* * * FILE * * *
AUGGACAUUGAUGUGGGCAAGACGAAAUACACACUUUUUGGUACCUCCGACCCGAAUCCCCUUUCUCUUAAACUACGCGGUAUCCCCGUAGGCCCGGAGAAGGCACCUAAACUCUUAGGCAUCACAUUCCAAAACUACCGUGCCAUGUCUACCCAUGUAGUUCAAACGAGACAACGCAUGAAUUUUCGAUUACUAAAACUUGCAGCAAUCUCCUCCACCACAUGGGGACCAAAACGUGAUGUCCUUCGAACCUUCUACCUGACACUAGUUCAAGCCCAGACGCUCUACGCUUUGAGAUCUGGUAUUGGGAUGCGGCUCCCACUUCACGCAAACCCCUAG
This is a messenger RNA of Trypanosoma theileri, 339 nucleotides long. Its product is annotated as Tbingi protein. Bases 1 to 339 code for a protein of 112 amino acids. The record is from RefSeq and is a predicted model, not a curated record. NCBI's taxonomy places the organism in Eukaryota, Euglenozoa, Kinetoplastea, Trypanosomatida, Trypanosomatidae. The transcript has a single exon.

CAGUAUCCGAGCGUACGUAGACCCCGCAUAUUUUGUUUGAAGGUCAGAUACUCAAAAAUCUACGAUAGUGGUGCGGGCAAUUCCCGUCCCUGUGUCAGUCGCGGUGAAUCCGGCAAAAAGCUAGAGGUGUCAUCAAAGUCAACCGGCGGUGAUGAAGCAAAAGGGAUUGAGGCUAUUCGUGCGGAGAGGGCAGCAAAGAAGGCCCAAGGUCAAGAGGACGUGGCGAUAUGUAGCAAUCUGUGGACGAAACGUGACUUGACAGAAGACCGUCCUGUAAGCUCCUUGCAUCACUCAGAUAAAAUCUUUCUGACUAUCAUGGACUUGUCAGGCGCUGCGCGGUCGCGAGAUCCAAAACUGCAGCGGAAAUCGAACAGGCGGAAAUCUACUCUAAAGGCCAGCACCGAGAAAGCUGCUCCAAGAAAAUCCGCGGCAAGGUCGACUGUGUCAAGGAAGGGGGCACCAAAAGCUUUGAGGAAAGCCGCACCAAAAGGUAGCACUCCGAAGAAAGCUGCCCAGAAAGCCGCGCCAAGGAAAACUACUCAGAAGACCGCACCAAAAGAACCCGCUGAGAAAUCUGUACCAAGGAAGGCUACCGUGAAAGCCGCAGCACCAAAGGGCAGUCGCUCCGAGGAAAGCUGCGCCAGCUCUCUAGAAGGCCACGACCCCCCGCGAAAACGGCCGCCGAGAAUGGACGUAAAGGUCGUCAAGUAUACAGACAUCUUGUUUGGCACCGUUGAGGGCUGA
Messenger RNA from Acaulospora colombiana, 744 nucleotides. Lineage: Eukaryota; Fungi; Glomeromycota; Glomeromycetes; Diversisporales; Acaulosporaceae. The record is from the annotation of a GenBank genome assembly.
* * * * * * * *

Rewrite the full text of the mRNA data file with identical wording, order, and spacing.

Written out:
AUGGACAUUGAUGUGGGCAAGACGAAAUACACACUUUUUGGUACCUCCGACCCGAAUCCCCUUUCUCUUAAACUACGCGGUAUCCCCGUAGGCCCGGAGAAGGCACCUAAACUCUUAGGCAUCACAUUCCAAAACUACCGUGCCAUGUCUACCCAUGUAGUUCAAACGAGACAACGCAUGAAUUUUCGAUUACUAAAACUUGCAGCAAUCUCCUCCACCACAUGGGGACCAAAACGUGAUGUCCUUCGAACCUUCUACCUGACACUAGUUCAAGCCCAGACGCUCUACGCUUUGAGAUCUGGUAUUGGGAUGCGGCUCCCACUUCACGCAAACCCCUAG
This is a messenger RNA of Trypanosoma theileri, 339 nucleotides long. Its product is annotated as Tbingi protein. Bases 1 to 339 code for a protein of 112 amino acids. The record is from RefSeq and is a predicted model, not a curated record. NCBI's taxonomy places the organism in Eukaryota, Euglenozoa, Kinetoplastea, Trypanosomatida, Trypanosomatidae. The transcript has a single exon.

CAGUAUCCGAGCGUACGUAGACCCCGCAUAUUUUGUUUGAAGGUCAGAUACUCAAAAAUCUACGAUAGUGGUGCGGGCAAUUCCCGUCCCUGUGUCAGUCGCGGUGAAUCCGGCAAAAAGCUAGAGGUGUCAUCAAAGUCAACCGGCGGUGAUGAAGCAAAAGGGAUUGAGGCUAUUCGUGCGGAGAGGGCAGCAAAGAAGGCCCAAGGUCAAGAGGACGUGGCGAUAUGUAGCAAUCUGUGGACGAAACGUGACUUGACAGAAGACCGUCCUGUAAGCUCCUUGCAUCACUCAGAUAAAAUCUUUCUGACUAUCAUGGACUUGUCAGGCGCUGCGCGGUCGCGAGAUCCAAAACUGCAGCGGAAAUCGAACAGGCGGAAAUCUACUCUAAAGGCCAGCACCGAGAAAGCUGCUCCAAGAAAAUCCGCGGCAAGGUCGACUGUGUCAAGGAAGGGGGCACCAAAAGCUUUGAGGAAAGCCGCACCAAAAGGUAGCACUCCGAAGAAAGCUGCCCAGAAAGCCGCGCCAAGGAAAACUACUCAGAAGACCGCACCAAAAGAACCCGCUGAGAAAUCUGUACCAAGGAAGGCUACCGUGAAAGCCGCAGCACCAAAGGGCAGUCGCUCCGAGGAAAGCUGCGCCAGCUCUCUAGAAGGCCACGACCCCCCGCGAAAACGGCCGCCGAGAAUGGACGUAAAGGUCGUCAAGUAUACAGACAUCUUGUUUGGCACCGUUGAGGGCUGA
Messenger RNA from Acaulospora colombiana, 744 nucleotides. Lineage: Eukaryota; Fungi; Glomeromycota; Glomeromycetes; Diversisporales; Acaulosporaceae. The record is from the annotation of a GenBank genome assembly.